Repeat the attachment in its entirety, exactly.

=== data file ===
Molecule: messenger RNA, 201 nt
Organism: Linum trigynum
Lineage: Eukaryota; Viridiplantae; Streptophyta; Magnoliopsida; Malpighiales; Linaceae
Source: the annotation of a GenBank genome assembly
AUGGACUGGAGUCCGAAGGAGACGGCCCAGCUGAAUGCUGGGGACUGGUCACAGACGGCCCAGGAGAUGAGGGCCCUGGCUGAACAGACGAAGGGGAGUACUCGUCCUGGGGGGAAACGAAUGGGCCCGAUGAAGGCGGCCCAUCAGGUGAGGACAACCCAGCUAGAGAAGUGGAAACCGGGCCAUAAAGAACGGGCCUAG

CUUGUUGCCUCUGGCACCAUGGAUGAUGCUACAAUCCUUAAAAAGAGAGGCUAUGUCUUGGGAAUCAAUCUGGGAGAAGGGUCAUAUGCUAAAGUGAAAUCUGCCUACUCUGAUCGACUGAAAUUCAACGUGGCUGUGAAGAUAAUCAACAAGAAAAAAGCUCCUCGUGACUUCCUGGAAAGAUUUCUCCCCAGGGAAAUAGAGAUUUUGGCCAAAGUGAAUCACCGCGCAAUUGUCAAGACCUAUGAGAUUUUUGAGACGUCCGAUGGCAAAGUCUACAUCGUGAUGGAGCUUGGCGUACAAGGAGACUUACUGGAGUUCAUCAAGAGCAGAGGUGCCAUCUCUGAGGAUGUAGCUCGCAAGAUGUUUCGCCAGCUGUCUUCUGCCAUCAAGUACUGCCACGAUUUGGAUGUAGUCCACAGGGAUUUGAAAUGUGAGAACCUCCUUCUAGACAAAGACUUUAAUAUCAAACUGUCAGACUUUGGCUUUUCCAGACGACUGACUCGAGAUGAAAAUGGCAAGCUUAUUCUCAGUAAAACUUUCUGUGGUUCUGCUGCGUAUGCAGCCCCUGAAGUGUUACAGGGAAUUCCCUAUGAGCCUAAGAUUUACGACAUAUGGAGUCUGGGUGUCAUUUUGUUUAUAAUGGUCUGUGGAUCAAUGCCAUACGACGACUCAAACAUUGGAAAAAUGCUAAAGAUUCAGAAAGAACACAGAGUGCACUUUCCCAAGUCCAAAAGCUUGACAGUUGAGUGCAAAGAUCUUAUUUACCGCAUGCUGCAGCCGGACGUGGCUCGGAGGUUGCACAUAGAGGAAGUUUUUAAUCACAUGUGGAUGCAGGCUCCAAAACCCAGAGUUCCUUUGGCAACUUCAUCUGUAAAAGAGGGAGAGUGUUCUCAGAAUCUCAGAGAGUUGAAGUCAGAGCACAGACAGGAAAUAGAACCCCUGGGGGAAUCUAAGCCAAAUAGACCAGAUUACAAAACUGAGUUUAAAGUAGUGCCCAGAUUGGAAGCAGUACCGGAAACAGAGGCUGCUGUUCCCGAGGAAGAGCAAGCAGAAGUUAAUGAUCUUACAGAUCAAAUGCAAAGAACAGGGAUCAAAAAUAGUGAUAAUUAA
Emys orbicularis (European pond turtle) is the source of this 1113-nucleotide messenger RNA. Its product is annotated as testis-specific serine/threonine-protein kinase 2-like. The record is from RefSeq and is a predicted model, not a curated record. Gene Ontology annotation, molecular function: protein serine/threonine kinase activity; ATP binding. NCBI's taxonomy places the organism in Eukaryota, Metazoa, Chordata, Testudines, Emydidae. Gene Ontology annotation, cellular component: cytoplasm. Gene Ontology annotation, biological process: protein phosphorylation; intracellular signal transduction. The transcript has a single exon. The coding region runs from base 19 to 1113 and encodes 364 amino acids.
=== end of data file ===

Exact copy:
Molecule: messenger RNA, 201 nt
Organism: Linum trigynum
Lineage: Eukaryota; Viridiplantae; Streptophyta; Magnoliopsida; Malpighiales; Linaceae
Source: the annotation of a GenBank genome assembly
AUGGACUGGAGUCCGAAGGAGACGGCCCAGCUGAAUGCUGGGGACUGGUCACAGACGGCCCAGGAGAUGAGGGCCCUGGCUGAACAGACGAAGGGGAGUACUCGUCCUGGGGGGAAACGAAUGGGCCCGAUGAAGGCGGCCCAUCAGGUGAGGACAACCCAGCUAGAGAAGUGGAAACCGGGCCAUAAAGAACGGGCCUAG

CUUGUUGCCUCUGGCACCAUGGAUGAUGCUACAAUCCUUAAAAAGAGAGGCUAUGUCUUGGGAAUCAAUCUGGGAGAAGGGUCAUAUGCUAAAGUGAAAUCUGCCUACUCUGAUCGACUGAAAUUCAACGUGGCUGUGAAGAUAAUCAACAAGAAAAAAGCUCCUCGUGACUUCCUGGAAAGAUUUCUCCCCAGGGAAAUAGAGAUUUUGGCCAAAGUGAAUCACCGCGCAAUUGUCAAGACCUAUGAGAUUUUUGAGACGUCCGAUGGCAAAGUCUACAUCGUGAUGGAGCUUGGCGUACAAGGAGACUUACUGGAGUUCAUCAAGAGCAGAGGUGCCAUCUCUGAGGAUGUAGCUCGCAAGAUGUUUCGCCAGCUGUCUUCUGCCAUCAAGUACUGCCACGAUUUGGAUGUAGUCCACAGGGAUUUGAAAUGUGAGAACCUCCUUCUAGACAAAGACUUUAAUAUCAAACUGUCAGACUUUGGCUUUUCCAGACGACUGACUCGAGAUGAAAAUGGCAAGCUUAUUCUCAGUAAAACUUUCUGUGGUUCUGCUGCGUAUGCAGCCCCUGAAGUGUUACAGGGAAUUCCCUAUGAGCCUAAGAUUUACGACAUAUGGAGUCUGGGUGUCAUUUUGUUUAUAAUGGUCUGUGGAUCAAUGCCAUACGACGACUCAAACAUUGGAAAAAUGCUAAAGAUUCAGAAAGAACACAGAGUGCACUUUCCCAAGUCCAAAAGCUUGACAGUUGAGUGCAAAGAUCUUAUUUACCGCAUGCUGCAGCCGGACGUGGCUCGGAGGUUGCACAUAGAGGAAGUUUUUAAUCACAUGUGGAUGCAGGCUCCAAAACCCAGAGUUCCUUUGGCAACUUCAUCUGUAAAAGAGGGAGAGUGUUCUCAGAAUCUCAGAGAGUUGAAGUCAGAGCACAGACAGGAAAUAGAACCCCUGGGGGAAUCUAAGCCAAAUAGACCAGAUUACAAAACUGAGUUUAAAGUAGUGCCCAGAUUGGAAGCAGUACCGGAAACAGAGGCUGCUGUUCCCGAGGAAGAGCAAGCAGAAGUUAAUGAUCUUACAGAUCAAAUGCAAAGAACAGGGAUCAAAAAUAGUGAUAAUUAA
Emys orbicularis (European pond turtle) is the source of this 1113-nucleotide messenger RNA. Its product is annotated as testis-specific serine/threonine-protein kinase 2-like. The record is from RefSeq and is a predicted model, not a curated record. Gene Ontology annotation, molecular function: protein serine/threonine kinase activity; ATP binding. NCBI's taxonomy places the organism in Eukaryota, Metazoa, Chordata, Testudines, Emydidae. Gene Ontology annotation, cellular component: cytoplasm. Gene Ontology annotation, biological process: protein phosphorylation; intracellular signal transduction. The transcript has a single exon. The coding region runs from base 19 to 1113 and encodes 364 amino acids.